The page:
When September rolls around in the Southern hemisphere each year, it brings Spring with it. It also brings the opening of the river season – which is way more important. That being said the season opening is often met with some disappointment. Some countries’ rivers are excessively high immediately after the winter months; Patagonia, New Zealand and Cape Town streams immediately spring to mind, while other zones are bone dry, stagnant and are in desperate need of water.
A Dry Start
At the start of the South African river season I found myself in the northern Drakensberg Mountains. The terrain was dry and dusty and some controlled burning had leveled the bushveld to ash. Wisps of black powder swirled in the high altitude air to further emphasize the desolation and dryness, and although there was a 3wt set-up in the car I resigned myself to not throwing a line. Not in a river at least.
So you can imagine my excitement when I overheard a hikers conversation “… and then we crossed this waterfall, it was just a trickle, but it was flowing…”
A thin blue line
Despite the obvious parched earth, all I needed to hear was the word “flowing” and I was away. It is amazing how, despite obvious evidence pointing to the contrary, you let your imagination run wild in sheer desperation and imagine a cheeky hidden gem of a stream holding wild trout desperate for food.
I grabbed the map of the area and scoured the hiking trails. There it was; a thin blue line. Starting high in the “berg” and cascading down a waterfall where the hiking trail crosses the river; I had found a mecca, a potential piece of heaven and certainly a fly fishing adventure.
I grabbed the essentials; rod, reel, flies, a spare spool of tippet and a wind-breaker and I stuffed these into a backpack with a flask of water just in case.
Within 20 minutes I had climbed to the plateau and the views were incredible. The greater Drakensberg mountain range lay before me. I was breathing heavily, but the air was clean. I was alone, in the wilderness… getting Purposefully Lost. I caught myself wondering if I would have even been up here if it were not for the prospect of a fish on fly, and it was at that moment that I knew this fly fishing game is so much more than simply about the fish.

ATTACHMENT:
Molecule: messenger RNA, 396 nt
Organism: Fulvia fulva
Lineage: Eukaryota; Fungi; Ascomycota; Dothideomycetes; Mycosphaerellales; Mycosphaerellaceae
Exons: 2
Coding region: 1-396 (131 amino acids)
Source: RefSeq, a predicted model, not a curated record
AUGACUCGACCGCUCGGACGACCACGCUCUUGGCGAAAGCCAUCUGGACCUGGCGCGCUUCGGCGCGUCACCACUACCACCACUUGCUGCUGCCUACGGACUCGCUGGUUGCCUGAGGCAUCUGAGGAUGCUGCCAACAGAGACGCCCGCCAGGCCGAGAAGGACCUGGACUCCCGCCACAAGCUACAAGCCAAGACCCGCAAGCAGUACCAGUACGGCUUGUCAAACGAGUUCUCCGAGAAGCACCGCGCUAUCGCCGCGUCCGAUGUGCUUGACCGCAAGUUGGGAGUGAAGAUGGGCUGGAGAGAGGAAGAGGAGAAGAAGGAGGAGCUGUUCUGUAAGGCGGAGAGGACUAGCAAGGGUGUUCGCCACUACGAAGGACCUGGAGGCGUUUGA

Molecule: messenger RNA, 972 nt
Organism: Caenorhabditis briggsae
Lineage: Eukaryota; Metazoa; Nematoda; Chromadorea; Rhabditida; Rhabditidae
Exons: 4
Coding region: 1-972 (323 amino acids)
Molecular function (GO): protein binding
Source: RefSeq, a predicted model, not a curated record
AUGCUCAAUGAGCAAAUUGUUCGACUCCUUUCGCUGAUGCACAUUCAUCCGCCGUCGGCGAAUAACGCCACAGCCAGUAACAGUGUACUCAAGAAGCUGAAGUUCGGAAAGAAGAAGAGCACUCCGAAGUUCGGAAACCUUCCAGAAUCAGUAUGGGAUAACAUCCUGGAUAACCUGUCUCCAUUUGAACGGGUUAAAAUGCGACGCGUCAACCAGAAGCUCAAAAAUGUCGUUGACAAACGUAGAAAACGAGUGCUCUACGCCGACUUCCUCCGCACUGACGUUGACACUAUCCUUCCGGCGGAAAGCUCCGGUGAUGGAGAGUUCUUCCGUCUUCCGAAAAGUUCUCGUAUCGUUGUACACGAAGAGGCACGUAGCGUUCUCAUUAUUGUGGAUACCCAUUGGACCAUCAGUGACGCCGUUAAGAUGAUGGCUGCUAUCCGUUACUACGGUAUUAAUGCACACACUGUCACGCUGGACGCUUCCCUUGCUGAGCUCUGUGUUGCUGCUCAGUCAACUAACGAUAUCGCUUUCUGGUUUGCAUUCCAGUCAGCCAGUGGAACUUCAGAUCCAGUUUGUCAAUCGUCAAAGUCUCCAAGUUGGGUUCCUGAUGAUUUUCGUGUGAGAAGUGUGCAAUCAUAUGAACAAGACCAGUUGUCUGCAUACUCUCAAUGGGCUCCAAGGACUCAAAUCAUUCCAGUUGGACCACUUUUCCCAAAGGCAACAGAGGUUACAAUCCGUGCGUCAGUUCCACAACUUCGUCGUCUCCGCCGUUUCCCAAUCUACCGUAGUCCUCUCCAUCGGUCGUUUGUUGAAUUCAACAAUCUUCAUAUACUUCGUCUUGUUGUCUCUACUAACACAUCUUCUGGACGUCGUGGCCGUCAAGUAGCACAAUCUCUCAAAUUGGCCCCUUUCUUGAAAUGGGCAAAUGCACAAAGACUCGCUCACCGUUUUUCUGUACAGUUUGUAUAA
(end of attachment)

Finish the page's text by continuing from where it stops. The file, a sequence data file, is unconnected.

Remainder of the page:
An adventure found
At a determined pace I made my way toward the waterfall and within a few minutes found what I was looking for: the gorge!
The river was flowing, but it was skinny. Really skinny. In fact it was stagnant in places and I knew then there was little hope of it holding fish. Undeterred I decided to walk the gorge and explore (with some blind hope in the back of my mind). Off in the distance I could make out an old abandoned stone house. That would be my turn-around point.
I kept pace skipping between the contour line and the waters edge, skipping over fishless puddles all the while heading upstream. As I came upon the berm on top of which stood the house I spotted a small pond. This could certainly hold a fish? And, as if destined a trout rose on the far bank.
With 20 minutes in the bank I strung up my rod and began stalking the water’s edge. I made a few searching casts with little luck and once time ran out I reeled in, grateful for the chance to prospect rather than cursing my luck for finding this pond so late. I was satisfied.
The return leg
With the sun firmly setting I snapped a few photographs and turned toward home. A small herd of four Eland halted their journey on the far side of the gorge to watch me meander back past the trickle of a stream toward the hiking trail.
I was on my way back from getting Purposefully Lost. Fishless; yes, adventureless; certainly not. I was chasing a thin blue line, and I found it. But not before I discovered the reason why I fly fish.